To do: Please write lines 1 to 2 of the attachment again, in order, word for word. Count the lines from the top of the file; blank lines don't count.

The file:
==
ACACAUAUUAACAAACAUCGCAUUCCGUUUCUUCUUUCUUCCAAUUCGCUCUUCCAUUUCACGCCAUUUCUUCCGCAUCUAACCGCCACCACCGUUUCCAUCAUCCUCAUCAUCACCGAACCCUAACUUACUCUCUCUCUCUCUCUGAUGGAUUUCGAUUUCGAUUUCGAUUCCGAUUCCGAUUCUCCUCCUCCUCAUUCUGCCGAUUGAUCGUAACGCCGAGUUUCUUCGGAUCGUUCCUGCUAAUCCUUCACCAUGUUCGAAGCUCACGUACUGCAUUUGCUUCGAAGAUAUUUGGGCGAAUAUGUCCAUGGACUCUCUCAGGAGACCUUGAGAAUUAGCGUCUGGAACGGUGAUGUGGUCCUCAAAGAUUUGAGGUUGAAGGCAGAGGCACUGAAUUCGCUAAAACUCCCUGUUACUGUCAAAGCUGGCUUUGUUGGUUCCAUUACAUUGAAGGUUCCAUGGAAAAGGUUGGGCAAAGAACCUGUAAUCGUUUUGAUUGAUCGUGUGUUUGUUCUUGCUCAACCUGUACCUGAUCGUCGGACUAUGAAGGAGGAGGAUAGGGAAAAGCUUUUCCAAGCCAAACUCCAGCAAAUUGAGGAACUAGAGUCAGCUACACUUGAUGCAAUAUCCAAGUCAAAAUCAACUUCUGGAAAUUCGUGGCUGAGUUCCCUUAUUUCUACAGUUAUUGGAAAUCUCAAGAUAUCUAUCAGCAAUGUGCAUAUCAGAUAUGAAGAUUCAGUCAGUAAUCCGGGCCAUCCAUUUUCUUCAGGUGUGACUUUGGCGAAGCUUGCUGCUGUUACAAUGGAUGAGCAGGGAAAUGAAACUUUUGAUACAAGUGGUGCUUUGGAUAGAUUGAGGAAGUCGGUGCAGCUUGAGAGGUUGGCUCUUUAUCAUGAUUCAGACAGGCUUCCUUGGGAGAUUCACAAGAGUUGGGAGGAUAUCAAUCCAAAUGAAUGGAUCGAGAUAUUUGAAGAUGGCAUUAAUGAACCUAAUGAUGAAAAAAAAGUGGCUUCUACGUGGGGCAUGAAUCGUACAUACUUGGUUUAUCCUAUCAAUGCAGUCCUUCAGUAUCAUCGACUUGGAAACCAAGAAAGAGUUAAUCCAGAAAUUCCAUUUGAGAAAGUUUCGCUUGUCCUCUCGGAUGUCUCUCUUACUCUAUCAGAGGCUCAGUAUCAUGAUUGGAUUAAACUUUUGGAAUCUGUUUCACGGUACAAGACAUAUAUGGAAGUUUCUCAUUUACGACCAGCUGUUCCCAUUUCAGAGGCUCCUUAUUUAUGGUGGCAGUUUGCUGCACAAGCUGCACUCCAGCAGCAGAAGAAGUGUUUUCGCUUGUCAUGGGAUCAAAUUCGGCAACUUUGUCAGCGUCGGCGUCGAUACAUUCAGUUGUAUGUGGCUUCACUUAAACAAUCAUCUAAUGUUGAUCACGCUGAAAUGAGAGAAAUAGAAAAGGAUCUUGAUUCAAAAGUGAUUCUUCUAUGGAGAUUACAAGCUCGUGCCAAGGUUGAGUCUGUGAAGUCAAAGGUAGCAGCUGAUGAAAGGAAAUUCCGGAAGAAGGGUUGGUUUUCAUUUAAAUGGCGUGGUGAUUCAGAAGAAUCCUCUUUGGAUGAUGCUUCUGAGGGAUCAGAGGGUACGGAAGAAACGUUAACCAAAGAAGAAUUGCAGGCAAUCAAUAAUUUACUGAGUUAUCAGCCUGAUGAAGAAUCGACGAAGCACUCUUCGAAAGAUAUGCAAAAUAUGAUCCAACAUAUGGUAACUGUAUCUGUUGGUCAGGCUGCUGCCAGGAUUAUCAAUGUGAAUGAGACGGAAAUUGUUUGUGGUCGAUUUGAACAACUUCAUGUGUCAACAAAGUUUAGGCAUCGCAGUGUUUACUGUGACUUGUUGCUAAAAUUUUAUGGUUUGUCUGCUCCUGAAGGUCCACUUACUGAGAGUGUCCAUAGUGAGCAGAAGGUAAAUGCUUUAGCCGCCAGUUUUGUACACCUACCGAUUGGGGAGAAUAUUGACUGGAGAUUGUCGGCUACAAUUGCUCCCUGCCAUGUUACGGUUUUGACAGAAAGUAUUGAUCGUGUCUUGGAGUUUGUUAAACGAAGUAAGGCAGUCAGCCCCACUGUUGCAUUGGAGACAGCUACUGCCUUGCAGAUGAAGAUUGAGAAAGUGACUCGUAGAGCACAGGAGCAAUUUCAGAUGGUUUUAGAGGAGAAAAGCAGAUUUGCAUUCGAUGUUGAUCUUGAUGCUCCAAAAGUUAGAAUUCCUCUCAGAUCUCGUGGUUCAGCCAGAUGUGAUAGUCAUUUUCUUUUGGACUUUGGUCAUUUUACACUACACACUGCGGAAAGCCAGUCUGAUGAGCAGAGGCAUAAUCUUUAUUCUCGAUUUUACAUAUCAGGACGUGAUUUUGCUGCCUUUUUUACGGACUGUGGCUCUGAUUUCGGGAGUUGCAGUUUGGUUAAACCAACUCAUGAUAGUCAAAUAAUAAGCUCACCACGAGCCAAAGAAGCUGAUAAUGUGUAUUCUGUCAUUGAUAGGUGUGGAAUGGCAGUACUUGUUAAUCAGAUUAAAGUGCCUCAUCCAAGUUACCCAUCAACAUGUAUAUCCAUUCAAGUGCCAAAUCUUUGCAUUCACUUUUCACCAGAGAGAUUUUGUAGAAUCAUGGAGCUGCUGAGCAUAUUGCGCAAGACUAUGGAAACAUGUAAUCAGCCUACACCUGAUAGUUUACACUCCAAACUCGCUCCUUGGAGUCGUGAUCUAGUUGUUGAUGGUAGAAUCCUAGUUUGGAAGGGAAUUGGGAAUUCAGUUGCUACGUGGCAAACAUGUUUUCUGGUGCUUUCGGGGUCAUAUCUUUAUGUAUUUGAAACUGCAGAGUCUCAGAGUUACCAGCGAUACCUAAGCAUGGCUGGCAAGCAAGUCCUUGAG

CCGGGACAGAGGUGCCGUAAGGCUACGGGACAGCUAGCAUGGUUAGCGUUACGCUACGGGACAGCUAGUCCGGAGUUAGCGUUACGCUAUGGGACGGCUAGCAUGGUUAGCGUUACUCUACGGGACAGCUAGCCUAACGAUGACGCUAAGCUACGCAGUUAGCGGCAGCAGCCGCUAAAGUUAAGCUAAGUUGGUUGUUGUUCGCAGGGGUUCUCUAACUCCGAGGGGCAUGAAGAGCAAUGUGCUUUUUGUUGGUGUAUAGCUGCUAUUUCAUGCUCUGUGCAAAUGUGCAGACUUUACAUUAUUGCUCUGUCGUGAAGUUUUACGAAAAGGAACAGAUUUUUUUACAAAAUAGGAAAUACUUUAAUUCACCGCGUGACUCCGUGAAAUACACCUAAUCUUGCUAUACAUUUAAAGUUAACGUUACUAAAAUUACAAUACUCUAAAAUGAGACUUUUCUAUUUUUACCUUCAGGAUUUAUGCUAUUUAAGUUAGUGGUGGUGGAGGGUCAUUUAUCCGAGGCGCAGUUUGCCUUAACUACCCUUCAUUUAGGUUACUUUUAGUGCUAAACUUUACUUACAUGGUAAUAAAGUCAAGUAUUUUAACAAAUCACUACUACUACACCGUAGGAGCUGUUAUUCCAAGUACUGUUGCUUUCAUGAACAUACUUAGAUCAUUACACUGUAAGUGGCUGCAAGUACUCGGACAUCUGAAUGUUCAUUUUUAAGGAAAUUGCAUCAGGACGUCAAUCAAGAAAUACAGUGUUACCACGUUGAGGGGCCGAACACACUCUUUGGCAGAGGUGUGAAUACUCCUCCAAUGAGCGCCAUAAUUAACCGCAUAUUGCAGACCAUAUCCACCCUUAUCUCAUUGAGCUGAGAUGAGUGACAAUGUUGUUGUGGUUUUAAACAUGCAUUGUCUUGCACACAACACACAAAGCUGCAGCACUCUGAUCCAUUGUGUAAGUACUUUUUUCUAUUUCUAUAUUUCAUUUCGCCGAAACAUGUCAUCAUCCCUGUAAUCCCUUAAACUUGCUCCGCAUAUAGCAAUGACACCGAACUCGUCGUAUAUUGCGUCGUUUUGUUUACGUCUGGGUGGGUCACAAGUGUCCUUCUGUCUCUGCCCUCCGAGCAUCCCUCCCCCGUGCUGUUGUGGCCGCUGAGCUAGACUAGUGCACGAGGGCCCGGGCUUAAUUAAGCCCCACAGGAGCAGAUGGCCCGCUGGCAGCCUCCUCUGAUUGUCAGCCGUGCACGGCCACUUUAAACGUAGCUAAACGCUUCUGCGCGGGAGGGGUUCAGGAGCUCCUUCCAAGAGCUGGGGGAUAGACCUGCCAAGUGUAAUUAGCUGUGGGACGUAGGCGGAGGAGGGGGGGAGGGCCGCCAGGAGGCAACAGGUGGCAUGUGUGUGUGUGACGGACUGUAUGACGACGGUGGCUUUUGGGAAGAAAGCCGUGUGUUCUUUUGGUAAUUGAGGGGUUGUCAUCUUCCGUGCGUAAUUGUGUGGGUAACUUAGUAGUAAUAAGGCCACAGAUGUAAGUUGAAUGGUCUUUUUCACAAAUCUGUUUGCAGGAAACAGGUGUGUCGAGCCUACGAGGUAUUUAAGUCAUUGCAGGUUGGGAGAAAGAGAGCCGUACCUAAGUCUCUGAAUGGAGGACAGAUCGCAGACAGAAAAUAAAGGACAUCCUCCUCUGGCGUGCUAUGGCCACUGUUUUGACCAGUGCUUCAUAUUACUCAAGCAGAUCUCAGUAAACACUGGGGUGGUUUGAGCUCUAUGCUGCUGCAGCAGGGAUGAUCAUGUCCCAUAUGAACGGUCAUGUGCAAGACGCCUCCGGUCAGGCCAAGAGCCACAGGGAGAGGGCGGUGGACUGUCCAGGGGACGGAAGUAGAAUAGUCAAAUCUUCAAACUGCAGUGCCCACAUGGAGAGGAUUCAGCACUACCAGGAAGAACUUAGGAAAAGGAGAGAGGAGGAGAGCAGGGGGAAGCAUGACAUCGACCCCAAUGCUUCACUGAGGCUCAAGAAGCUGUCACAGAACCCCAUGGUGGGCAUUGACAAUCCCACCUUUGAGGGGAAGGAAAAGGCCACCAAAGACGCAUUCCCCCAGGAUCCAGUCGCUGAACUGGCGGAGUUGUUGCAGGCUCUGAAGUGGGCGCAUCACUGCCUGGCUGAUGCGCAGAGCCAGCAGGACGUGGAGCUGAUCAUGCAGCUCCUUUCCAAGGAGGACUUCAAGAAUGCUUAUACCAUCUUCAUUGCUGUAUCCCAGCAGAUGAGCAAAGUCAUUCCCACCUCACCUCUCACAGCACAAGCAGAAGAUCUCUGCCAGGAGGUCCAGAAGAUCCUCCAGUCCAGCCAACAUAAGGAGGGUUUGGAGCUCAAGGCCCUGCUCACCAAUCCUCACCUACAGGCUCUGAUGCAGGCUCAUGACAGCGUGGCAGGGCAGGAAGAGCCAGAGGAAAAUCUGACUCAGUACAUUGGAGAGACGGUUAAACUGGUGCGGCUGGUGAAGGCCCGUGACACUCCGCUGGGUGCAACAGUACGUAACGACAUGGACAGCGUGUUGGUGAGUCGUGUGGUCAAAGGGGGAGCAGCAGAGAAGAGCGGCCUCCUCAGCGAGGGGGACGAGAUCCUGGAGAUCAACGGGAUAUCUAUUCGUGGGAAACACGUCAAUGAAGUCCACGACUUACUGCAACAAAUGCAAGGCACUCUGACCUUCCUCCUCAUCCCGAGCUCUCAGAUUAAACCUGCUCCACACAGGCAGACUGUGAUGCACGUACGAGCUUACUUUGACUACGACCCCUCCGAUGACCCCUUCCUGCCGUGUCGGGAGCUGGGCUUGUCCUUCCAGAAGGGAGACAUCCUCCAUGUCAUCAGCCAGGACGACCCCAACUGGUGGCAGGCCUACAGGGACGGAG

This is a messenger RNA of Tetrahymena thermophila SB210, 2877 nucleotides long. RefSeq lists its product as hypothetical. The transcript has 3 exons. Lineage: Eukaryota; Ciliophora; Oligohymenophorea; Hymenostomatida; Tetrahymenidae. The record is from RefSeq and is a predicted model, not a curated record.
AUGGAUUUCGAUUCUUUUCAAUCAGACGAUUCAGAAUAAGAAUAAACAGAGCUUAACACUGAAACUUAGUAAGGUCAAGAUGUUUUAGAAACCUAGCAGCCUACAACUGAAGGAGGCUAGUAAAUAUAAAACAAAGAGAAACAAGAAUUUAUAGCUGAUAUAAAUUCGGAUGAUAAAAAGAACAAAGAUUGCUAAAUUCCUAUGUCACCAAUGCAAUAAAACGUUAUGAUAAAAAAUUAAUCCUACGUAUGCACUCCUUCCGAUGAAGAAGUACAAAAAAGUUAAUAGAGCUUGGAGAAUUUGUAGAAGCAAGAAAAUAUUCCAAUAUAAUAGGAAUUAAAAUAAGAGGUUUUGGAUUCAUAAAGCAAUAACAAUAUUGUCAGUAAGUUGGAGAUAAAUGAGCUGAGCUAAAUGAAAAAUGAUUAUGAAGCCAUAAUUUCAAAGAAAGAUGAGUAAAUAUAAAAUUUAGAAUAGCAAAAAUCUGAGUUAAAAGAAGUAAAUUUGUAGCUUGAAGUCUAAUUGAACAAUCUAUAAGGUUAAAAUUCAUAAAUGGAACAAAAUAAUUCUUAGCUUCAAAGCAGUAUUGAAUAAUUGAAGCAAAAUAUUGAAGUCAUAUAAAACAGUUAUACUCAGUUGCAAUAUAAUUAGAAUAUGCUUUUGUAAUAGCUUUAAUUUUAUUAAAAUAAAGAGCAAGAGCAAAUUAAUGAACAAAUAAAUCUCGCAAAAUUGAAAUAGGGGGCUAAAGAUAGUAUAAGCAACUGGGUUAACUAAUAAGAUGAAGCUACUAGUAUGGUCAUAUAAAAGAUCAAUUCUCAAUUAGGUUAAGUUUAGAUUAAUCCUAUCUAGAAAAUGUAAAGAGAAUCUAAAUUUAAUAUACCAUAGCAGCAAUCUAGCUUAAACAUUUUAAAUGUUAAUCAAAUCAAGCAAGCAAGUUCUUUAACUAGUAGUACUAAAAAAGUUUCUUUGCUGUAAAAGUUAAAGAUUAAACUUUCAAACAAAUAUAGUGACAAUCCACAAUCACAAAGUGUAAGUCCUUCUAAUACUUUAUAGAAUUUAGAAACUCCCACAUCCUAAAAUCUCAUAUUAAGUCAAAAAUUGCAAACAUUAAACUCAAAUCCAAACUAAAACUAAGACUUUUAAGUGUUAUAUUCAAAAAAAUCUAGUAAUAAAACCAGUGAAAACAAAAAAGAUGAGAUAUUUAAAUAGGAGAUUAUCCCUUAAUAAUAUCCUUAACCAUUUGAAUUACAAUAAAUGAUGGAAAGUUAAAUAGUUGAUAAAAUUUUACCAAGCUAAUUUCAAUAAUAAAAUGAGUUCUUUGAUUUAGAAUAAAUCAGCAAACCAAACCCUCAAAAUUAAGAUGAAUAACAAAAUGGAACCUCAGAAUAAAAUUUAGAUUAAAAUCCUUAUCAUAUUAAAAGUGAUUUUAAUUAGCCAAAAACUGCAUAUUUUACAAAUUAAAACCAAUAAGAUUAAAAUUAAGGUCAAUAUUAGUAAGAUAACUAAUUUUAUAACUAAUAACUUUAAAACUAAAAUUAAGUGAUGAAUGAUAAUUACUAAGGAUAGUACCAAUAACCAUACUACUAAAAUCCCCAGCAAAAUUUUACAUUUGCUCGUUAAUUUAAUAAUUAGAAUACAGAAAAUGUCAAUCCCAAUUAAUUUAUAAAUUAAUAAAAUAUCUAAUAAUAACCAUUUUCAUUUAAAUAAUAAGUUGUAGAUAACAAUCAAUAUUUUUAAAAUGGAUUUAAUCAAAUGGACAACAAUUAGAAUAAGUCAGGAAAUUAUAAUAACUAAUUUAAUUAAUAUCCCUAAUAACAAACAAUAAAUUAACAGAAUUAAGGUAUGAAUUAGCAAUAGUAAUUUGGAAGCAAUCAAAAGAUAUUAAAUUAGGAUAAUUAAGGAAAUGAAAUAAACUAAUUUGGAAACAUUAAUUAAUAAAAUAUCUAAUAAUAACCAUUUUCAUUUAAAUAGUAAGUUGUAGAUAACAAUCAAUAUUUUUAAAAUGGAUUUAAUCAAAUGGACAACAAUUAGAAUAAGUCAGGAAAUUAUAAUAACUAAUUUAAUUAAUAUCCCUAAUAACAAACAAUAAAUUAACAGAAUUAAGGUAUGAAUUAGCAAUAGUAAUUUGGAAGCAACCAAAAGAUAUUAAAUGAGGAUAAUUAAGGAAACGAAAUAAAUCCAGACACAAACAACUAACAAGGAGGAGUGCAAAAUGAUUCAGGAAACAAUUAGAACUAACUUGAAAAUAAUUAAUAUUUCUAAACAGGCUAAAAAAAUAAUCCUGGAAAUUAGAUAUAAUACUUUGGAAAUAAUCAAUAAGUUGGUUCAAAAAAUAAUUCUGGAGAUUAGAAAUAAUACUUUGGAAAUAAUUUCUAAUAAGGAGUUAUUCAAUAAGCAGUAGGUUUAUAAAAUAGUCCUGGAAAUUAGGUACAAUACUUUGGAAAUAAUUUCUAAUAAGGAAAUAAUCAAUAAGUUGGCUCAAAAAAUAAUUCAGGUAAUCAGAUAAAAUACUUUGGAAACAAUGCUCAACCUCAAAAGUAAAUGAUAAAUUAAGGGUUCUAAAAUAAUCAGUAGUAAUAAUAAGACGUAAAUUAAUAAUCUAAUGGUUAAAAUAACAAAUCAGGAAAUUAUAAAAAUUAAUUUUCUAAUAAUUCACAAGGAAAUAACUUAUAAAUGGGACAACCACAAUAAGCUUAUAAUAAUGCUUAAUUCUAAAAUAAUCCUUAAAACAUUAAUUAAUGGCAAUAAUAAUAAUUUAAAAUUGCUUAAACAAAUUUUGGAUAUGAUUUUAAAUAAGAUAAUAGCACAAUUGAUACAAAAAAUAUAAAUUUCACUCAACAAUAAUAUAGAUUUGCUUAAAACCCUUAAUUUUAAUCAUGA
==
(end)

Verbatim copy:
ACACAUAUUAACAAACAUCGCAUUCCGUUUCUUCUUUCUUCCAAUUCGCUCUUCCAUUUCACGCCAUUUCUUCCGCAUCUAACCGCCACCACCGUUUCCAUCAUCCUCAUCAUCACCGAACCCUAACUUACUCUCUCUCUCUCUCUGAUGGAUUUCGAUUUCGAUUUCGAUUCCGAUUCCGAUUCUCCUCCUCCUCAUUCUGCCGAUUGAUCGUAACGCCGAGUUUCUUCGGAUCGUUCCUGCUAAUCCUUCACCAUGUUCGAAGCUCACGUACUGCAUUUGCUUCGAAGAUAUUUGGGCGAAUAUGUCCAUGGACUCUCUCAGGAGACCUUGAGAAUUAGCGUCUGGAACGGUGAUGUGGUCCUCAAAGAUUUGAGGUUGAAGGCAGAGGCACUGAAUUCGCUAAAACUCCCUGUUACUGUCAAAGCUGGCUUUGUUGGUUCCAUUACAUUGAAGGUUCCAUGGAAAAGGUUGGGCAAAGAACCUGUAAUCGUUUUGAUUGAUCGUGUGUUUGUUCUUGCUCAACCUGUACCUGAUCGUCGGACUAUGAAGGAGGAGGAUAGGGAAAAGCUUUUCCAAGCCAAACUCCAGCAAAUUGAGGAACUAGAGUCAGCUACACUUGAUGCAAUAUCCAAGUCAAAAUCAACUUCUGGAAAUUCGUGGCUGAGUUCCCUUAUUUCUACAGUUAUUGGAAAUCUCAAGAUAUCUAUCAGCAAUGUGCAUAUCAGAUAUGAAGAUUCAGUCAGUAAUCCGGGCCAUCCAUUUUCUUCAGGUGUGACUUUGGCGAAGCUUGCUGCUGUUACAAUGGAUGAGCAGGGAAAUGAAACUUUUGAUACAAGUGGUGCUUUGGAUAGAUUGAGGAAGUCGGUGCAGCUUGAGAGGUUGGCUCUUUAUCAUGAUUCAGACAGGCUUCCUUGGGAGAUUCACAAGAGUUGGGAGGAUAUCAAUCCAAAUGAAUGGAUCGAGAUAUUUGAAGAUGGCAUUAAUGAACCUAAUGAUGAAAAAAAAGUGGCUUCUACGUGGGGCAUGAAUCGUACAUACUUGGUUUAUCCUAUCAAUGCAGUCCUUCAGUAUCAUCGACUUGGAAACCAAGAAAGAGUUAAUCCAGAAAUUCCAUUUGAGAAAGUUUCGCUUGUCCUCUCGGAUGUCUCUCUUACUCUAUCAGAGGCUCAGUAUCAUGAUUGGAUUAAACUUUUGGAAUCUGUUUCACGGUACAAGACAUAUAUGGAAGUUUCUCAUUUACGACCAGCUGUUCCCAUUUCAGAGGCUCCUUAUUUAUGGUGGCAGUUUGCUGCACAAGCUGCACUCCAGCAGCAGAAGAAGUGUUUUCGCUUGUCAUGGGAUCAAAUUCGGCAACUUUGUCAGCGUCGGCGUCGAUACAUUCAGUUGUAUGUGGCUUCACUUAAACAAUCAUCUAAUGUUGAUCACGCUGAAAUGAGAGAAAUAGAAAAGGAUCUUGAUUCAAAAGUGAUUCUUCUAUGGAGAUUACAAGCUCGUGCCAAGGUUGAGUCUGUGAAGUCAAAGGUAGCAGCUGAUGAAAGGAAAUUCCGGAAGAAGGGUUGGUUUUCAUUUAAAUGGCGUGGUGAUUCAGAAGAAUCCUCUUUGGAUGAUGCUUCUGAGGGAUCAGAGGGUACGGAAGAAACGUUAACCAAAGAAGAAUUGCAGGCAAUCAAUAAUUUACUGAGUUAUCAGCCUGAUGAAGAAUCGACGAAGCACUCUUCGAAAGAUAUGCAAAAUAUGAUCCAACAUAUGGUAACUGUAUCUGUUGGUCAGGCUGCUGCCAGGAUUAUCAAUGUGAAUGAGACGGAAAUUGUUUGUGGUCGAUUUGAACAACUUCAUGUGUCAACAAAGUUUAGGCAUCGCAGUGUUUACUGUGACUUGUUGCUAAAAUUUUAUGGUUUGUCUGCUCCUGAAGGUCCACUUACUGAGAGUGUCCAUAGUGAGCAGAAGGUAAAUGCUUUAGCCGCCAGUUUUGUACACCUACCGAUUGGGGAGAAUAUUGACUGGAGAUUGUCGGCUACAAUUGCUCCCUGCCAUGUUACGGUUUUGACAGAAAGUAUUGAUCGUGUCUUGGAGUUUGUUAAACGAAGUAAGGCAGUCAGCCCCACUGUUGCAUUGGAGACAGCUACUGCCUUGCAGAUGAAGAUUGAGAAAGUGACUCGUAGAGCACAGGAGCAAUUUCAGAUGGUUUUAGAGGAGAAAAGCAGAUUUGCAUUCGAUGUUGAUCUUGAUGCUCCAAAAGUUAGAAUUCCUCUCAGAUCUCGUGGUUCAGCCAGAUGUGAUAGUCAUUUUCUUUUGGACUUUGGUCAUUUUACACUACACACUGCGGAAAGCCAGUCUGAUGAGCAGAGGCAUAAUCUUUAUUCUCGAUUUUACAUAUCAGGACGUGAUUUUGCUGCCUUUUUUACGGACUGUGGCUCUGAUUUCGGGAGUUGCAGUUUGGUUAAACCAACUCAUGAUAGUCAAAUAAUAAGCUCACCACGAGCCAAAGAAGCUGAUAAUGUGUAUUCUGUCAUUGAUAGGUGUGGAAUGGCAGUACUUGUUAAUCAGAUUAAAGUGCCUCAUCCAAGUUACCCAUCAACAUGUAUAUCCAUUCAAGUGCCAAAUCUUUGCAUUCACUUUUCACCAGAGAGAUUUUGUAGAAUCAUGGAGCUGCUGAGCAUAUUGCGCAAGACUAUGGAAACAUGUAAUCAGCCUACACCUGAUAGUUUACACUCCAAACUCGCUCCUUGGAGUCGUGAUCUAGUUGUUGAUGGUAGAAUCCUAGUUUGGAAGGGAAUUGGGAAUUCAGUUGCUACGUGGCAAACAUGUUUUCUGGUGCUUUCGGGGUCAUAUCUUUAUGUAUUUGAAACUGCAGAGUCUCAGAGUUACCAGCGAUACCUAAGCAUGGCUGGCAAGCAAGUCCUUGAG

CCGGGACAGAGGUGCCGUAAGGCUACGGGACAGCUAGCAUGGUUAGCGUUACGCUACGGGACAGCUAGUCCGGAGUUAGCGUUACGCUAUGGGACGGCUAGCAUGGUUAGCGUUACUCUACGGGACAGCUAGCCUAACGAUGACGCUAAGCUACGCAGUUAGCGGCAGCAGCCGCUAAAGUUAAGCUAAGUUGGUUGUUGUUCGCAGGGGUUCUCUAACUCCGAGGGGCAUGAAGAGCAAUGUGCUUUUUGUUGGUGUAUAGCUGCUAUUUCAUGCUCUGUGCAAAUGUGCAGACUUUACAUUAUUGCUCUGUCGUGAAGUUUUACGAAAAGGAACAGAUUUUUUUACAAAAUAGGAAAUACUUUAAUUCACCGCGUGACUCCGUGAAAUACACCUAAUCUUGCUAUACAUUUAAAGUUAACGUUACUAAAAUUACAAUACUCUAAAAUGAGACUUUUCUAUUUUUACCUUCAGGAUUUAUGCUAUUUAAGUUAGUGGUGGUGGAGGGUCAUUUAUCCGAGGCGCAGUUUGCCUUAACUACCCUUCAUUUAGGUUACUUUUAGUGCUAAACUUUACUUACAUGGUAAUAAAGUCAAGUAUUUUAACAAAUCACUACUACUACACCGUAGGAGCUGUUAUUCCAAGUACUGUUGCUUUCAUGAACAUACUUAGAUCAUUACACUGUAAGUGGCUGCAAGUACUCGGACAUCUGAAUGUUCAUUUUUAAGGAAAUUGCAUCAGGACGUCAAUCAAGAAAUACAGUGUUACCACGUUGAGGGGCCGAACACACUCUUUGGCAGAGGUGUGAAUACUCCUCCAAUGAGCGCCAUAAUUAACCGCAUAUUGCAGACCAUAUCCACCCUUAUCUCAUUGAGCUGAGAUGAGUGACAAUGUUGUUGUGGUUUUAAACAUGCAUUGUCUUGCACACAACACACAAAGCUGCAGCACUCUGAUCCAUUGUGUAAGUACUUUUUUCUAUUUCUAUAUUUCAUUUCGCCGAAACAUGUCAUCAUCCCUGUAAUCCCUUAAACUUGCUCCGCAUAUAGCAAUGACACCGAACUCGUCGUAUAUUGCGUCGUUUUGUUUACGUCUGGGUGGGUCACAAGUGUCCUUCUGUCUCUGCCCUCCGAGCAUCCCUCCCCCGUGCUGUUGUGGCCGCUGAGCUAGACUAGUGCACGAGGGCCCGGGCUUAAUUAAGCCCCACAGGAGCAGAUGGCCCGCUGGCAGCCUCCUCUGAUUGUCAGCCGUGCACGGCCACUUUAAACGUAGCUAAACGCUUCUGCGCGGGAGGGGUUCAGGAGCUCCUUCCAAGAGCUGGGGGAUAGACCUGCCAAGUGUAAUUAGCUGUGGGACGUAGGCGGAGGAGGGGGGGAGGGCCGCCAGGAGGCAACAGGUGGCAUGUGUGUGUGUGACGGACUGUAUGACGACGGUGGCUUUUGGGAAGAAAGCCGUGUGUUCUUUUGGUAAUUGAGGGGUUGUCAUCUUCCGUGCGUAAUUGUGUGGGUAACUUAGUAGUAAUAAGGCCACAGAUGUAAGUUGAAUGGUCUUUUUCACAAAUCUGUUUGCAGGAAACAGGUGUGUCGAGCCUACGAGGUAUUUAAGUCAUUGCAGGUUGGGAGAAAGAGAGCCGUACCUAAGUCUCUGAAUGGAGGACAGAUCGCAGACAGAAAAUAAAGGACAUCCUCCUCUGGCGUGCUAUGGCCACUGUUUUGACCAGUGCUUCAUAUUACUCAAGCAGAUCUCAGUAAACACUGGGGUGGUUUGAGCUCUAUGCUGCUGCAGCAGGGAUGAUCAUGUCCCAUAUGAACGGUCAUGUGCAAGACGCCUCCGGUCAGGCCAAGAGCCACAGGGAGAGGGCGGUGGACUGUCCAGGGGACGGAAGUAGAAUAGUCAAAUCUUCAAACUGCAGUGCCCACAUGGAGAGGAUUCAGCACUACCAGGAAGAACUUAGGAAAAGGAGAGAGGAGGAGAGCAGGGGGAAGCAUGACAUCGACCCCAAUGCUUCACUGAGGCUCAAGAAGCUGUCACAGAACCCCAUGGUGGGCAUUGACAAUCCCACCUUUGAGGGGAAGGAAAAGGCCACCAAAGACGCAUUCCCCCAGGAUCCAGUCGCUGAACUGGCGGAGUUGUUGCAGGCUCUGAAGUGGGCGCAUCACUGCCUGGCUGAUGCGCAGAGCCAGCAGGACGUGGAGCUGAUCAUGCAGCUCCUUUCCAAGGAGGACUUCAAGAAUGCUUAUACCAUCUUCAUUGCUGUAUCCCAGCAGAUGAGCAAAGUCAUUCCCACCUCACCUCUCACAGCACAAGCAGAAGAUCUCUGCCAGGAGGUCCAGAAGAUCCUCCAGUCCAGCCAACAUAAGGAGGGUUUGGAGCUCAAGGCCCUGCUCACCAAUCCUCACCUACAGGCUCUGAUGCAGGCUCAUGACAGCGUGGCAGGGCAGGAAGAGCCAGAGGAAAAUCUGACUCAGUACAUUGGAGAGACGGUUAAACUGGUGCGGCUGGUGAAGGCCCGUGACACUCCGCUGGGUGCAACAGUACGUAACGACAUGGACAGCGUGUUGGUGAGUCGUGUGGUCAAAGGGGGAGCAGCAGAGAAGAGCGGCCUCCUCAGCGAGGGGGACGAGAUCCUGGAGAUCAACGGGAUAUCUAUUCGUGGGAAACACGUCAAUGAAGUCCACGACUUACUGCAACAAAUGCAAGGCACUCUGACCUUCCUCCUCAUCCCGAGCUCUCAGAUUAAACCUGCUCCACACAGGCAGACUGUGAUGCACGUACGAGCUUACUUUGACUACGACCCCUCCGAUGACCCCUUCCUGCCGUGUCGGGAGCUGGGCUUGUCCUUCCAGAAGGGAGACAUCCUCCAUGUCAUCAGCCAGGACGACCCCAACUGGUGGCAGGCCUACAGGGACGGAG